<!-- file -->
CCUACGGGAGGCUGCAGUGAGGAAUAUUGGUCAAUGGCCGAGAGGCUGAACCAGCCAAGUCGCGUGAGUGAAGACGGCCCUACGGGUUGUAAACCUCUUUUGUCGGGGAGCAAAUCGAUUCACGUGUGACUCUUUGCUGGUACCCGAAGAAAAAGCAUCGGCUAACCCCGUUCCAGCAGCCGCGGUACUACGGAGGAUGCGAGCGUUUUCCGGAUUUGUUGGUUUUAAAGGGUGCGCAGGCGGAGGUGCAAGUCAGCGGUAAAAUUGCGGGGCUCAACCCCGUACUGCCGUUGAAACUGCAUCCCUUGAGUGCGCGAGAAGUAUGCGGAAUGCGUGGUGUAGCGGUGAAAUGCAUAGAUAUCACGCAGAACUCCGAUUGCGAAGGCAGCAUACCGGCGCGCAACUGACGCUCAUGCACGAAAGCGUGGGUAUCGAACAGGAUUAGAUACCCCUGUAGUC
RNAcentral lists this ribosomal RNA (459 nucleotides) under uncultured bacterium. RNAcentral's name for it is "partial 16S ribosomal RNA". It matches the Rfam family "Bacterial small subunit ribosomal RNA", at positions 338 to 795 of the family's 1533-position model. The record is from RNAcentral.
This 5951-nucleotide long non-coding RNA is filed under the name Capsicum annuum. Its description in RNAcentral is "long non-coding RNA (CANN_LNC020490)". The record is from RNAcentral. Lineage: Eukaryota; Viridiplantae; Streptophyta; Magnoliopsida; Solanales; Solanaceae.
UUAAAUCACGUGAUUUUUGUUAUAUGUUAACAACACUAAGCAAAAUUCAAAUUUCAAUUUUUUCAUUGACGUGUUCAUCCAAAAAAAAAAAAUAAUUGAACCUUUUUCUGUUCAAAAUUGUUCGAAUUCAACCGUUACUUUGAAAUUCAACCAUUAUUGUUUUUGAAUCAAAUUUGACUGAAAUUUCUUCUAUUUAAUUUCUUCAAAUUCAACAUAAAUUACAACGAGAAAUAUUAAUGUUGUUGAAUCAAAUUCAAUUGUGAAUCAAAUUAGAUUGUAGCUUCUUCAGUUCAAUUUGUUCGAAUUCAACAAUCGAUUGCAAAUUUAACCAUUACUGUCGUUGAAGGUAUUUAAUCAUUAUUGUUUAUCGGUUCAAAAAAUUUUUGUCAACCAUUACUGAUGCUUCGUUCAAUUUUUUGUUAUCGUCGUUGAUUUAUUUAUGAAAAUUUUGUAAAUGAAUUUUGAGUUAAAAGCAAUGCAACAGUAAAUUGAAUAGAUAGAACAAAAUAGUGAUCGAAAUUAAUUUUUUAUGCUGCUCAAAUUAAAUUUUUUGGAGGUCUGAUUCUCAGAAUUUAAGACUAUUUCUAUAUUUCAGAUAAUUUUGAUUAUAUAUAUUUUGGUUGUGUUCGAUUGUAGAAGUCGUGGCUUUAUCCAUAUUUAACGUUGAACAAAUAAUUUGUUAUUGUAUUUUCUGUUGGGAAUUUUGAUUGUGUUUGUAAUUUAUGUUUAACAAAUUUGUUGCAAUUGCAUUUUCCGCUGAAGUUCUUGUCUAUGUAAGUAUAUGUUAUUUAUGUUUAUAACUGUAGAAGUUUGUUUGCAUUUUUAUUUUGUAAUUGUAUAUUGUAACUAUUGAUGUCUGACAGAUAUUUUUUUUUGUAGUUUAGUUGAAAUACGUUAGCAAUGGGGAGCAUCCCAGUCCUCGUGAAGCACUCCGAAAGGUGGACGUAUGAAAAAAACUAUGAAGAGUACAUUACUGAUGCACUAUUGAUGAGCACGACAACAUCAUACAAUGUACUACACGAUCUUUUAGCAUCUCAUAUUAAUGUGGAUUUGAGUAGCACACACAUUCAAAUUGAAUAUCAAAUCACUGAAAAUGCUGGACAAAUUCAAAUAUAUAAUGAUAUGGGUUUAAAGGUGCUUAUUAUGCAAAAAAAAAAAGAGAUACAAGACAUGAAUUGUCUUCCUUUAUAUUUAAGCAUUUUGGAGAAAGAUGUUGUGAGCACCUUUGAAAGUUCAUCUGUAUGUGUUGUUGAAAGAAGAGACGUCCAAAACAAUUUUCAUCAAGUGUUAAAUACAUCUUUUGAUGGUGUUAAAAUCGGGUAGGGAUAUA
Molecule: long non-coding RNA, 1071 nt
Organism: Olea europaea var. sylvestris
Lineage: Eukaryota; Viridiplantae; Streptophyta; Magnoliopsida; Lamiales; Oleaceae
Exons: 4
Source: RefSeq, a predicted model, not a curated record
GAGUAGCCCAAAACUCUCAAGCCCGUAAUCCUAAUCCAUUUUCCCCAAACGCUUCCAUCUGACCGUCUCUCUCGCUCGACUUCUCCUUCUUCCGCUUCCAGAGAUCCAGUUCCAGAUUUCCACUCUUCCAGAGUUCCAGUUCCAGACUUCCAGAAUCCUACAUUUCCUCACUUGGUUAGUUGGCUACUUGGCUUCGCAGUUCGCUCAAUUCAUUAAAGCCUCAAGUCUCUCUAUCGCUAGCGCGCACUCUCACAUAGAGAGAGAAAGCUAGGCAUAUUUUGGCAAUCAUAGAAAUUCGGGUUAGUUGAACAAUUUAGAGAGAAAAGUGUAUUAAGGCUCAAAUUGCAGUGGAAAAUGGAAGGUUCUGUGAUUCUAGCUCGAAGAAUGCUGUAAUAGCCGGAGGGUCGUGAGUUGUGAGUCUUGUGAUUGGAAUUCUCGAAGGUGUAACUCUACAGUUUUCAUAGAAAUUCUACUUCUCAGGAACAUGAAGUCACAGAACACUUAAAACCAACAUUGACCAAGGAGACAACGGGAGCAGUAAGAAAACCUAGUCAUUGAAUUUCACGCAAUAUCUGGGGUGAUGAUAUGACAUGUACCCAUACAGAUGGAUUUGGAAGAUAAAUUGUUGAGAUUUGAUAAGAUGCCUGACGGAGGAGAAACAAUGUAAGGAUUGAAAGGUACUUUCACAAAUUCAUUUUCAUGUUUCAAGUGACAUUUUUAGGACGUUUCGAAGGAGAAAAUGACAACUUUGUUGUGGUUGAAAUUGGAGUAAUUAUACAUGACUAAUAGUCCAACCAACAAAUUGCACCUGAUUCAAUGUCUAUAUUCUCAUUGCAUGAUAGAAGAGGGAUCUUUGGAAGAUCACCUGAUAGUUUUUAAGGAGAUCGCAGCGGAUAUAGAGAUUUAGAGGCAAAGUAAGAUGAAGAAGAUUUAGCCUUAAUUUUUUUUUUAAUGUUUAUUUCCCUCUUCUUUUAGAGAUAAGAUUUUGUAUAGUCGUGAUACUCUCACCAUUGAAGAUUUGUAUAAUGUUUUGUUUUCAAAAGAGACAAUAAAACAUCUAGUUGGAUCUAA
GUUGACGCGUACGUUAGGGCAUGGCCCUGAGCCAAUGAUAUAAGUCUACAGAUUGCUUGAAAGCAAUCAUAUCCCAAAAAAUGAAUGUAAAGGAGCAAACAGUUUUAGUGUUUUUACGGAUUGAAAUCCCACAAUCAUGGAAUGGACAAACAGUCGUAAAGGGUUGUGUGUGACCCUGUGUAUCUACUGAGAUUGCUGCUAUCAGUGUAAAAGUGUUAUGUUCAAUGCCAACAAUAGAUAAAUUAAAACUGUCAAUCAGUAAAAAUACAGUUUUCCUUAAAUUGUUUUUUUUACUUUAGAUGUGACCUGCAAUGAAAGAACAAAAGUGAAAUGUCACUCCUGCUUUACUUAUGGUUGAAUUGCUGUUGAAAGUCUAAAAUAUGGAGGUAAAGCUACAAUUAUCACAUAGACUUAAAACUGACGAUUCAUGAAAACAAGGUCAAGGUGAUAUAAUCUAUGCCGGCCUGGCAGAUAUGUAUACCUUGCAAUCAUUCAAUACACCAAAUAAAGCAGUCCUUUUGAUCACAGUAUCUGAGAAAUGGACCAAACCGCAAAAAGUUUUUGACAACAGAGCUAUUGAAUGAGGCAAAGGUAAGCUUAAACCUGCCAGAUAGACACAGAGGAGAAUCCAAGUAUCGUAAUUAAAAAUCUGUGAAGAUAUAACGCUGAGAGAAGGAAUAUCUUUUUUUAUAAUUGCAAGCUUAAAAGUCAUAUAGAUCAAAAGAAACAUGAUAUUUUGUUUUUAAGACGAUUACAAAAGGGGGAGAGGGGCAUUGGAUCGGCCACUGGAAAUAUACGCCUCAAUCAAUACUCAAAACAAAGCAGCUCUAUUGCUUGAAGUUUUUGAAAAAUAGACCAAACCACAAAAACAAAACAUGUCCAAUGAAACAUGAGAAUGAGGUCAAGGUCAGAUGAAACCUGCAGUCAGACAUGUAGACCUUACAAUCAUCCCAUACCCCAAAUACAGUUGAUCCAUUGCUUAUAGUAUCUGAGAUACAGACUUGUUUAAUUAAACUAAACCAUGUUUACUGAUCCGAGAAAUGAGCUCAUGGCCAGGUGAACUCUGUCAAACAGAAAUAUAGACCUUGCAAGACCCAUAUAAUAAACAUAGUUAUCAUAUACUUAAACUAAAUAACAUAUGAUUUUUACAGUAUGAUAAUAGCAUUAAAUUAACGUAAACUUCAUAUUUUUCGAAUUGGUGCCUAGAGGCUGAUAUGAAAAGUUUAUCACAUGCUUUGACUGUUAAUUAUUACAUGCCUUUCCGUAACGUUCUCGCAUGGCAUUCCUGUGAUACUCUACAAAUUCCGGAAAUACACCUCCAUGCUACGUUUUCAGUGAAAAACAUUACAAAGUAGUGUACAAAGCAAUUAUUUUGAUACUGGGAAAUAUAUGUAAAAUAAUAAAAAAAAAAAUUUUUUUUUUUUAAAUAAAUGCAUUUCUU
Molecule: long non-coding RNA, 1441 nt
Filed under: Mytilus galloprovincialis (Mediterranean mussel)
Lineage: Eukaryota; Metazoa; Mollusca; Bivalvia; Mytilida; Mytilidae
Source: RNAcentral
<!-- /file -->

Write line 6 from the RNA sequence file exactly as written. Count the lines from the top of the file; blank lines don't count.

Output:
Organism: Olea europaea var. sylvestris